The United States has seen a steady erosion of blue-collar work over the past several decades. We define blue-collar, working class jobs as those which primarily make use of physical skill or manual labor. These occupations include not only factory work or production occupations, but jobs in construction, materials moving, transportation, installation, and repair. Blue-collar, working class jobs currently account for 23 percent of all U.S. employment. Blue-collar occupations and the regions that specialize in this kind of work have seen the highest levels of unemployment and the greatest vulnerability to the economic crisis. The decline of high-paying, blue-collar jobs for lower-skilled workers has caused considerable concern that the U.S. is losing an important source of good, family-supporting jobs, and that the American labor market is becoming more uneven and increasingly split between higher-paying knowledge work and lower-paying routine service work. But what will the geography of blue-collar work look like in the future?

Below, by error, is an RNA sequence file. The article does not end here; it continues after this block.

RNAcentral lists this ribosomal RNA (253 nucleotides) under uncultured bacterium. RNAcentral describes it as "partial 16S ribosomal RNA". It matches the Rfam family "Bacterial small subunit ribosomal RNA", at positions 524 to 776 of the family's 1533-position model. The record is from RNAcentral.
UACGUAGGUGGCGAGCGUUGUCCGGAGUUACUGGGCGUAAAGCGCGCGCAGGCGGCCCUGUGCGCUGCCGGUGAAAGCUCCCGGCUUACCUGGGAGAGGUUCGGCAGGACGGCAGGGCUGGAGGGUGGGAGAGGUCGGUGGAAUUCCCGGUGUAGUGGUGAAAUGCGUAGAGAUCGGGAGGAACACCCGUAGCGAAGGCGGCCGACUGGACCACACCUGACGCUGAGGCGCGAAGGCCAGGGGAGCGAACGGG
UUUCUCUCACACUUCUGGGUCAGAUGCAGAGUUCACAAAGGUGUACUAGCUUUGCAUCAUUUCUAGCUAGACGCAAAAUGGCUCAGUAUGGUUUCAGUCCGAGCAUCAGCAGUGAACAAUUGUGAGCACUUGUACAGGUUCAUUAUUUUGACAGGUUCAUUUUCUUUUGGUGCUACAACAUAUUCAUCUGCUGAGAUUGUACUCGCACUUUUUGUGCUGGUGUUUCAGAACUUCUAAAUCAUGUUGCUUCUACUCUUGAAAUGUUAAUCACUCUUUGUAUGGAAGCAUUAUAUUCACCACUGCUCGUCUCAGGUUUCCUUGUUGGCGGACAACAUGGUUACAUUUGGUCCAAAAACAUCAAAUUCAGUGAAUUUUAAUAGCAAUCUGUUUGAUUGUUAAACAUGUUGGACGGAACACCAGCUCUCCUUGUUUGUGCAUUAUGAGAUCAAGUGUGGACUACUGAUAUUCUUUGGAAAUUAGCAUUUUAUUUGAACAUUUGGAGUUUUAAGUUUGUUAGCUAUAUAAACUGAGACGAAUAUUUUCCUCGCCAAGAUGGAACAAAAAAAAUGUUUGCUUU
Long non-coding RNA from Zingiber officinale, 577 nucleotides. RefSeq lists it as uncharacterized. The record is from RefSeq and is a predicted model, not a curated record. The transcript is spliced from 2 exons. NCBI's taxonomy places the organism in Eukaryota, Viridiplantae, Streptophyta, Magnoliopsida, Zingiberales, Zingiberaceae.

The map above shows the metros with the biggest projected gains in blue-collar work. Not surprisingly, the biggest metros top this list. The biggest gainer is Greater New York which is projected to gain 41,084 working-class jobs followed by Houston (32,249), Chicago (30,482), Los Angeles (28,811), Phoenix (23,957), Atlanta (22,754), Washington, D.C. (21,387), Dallas (19,315), Riverside (16,755), and Las Vegas (14,781).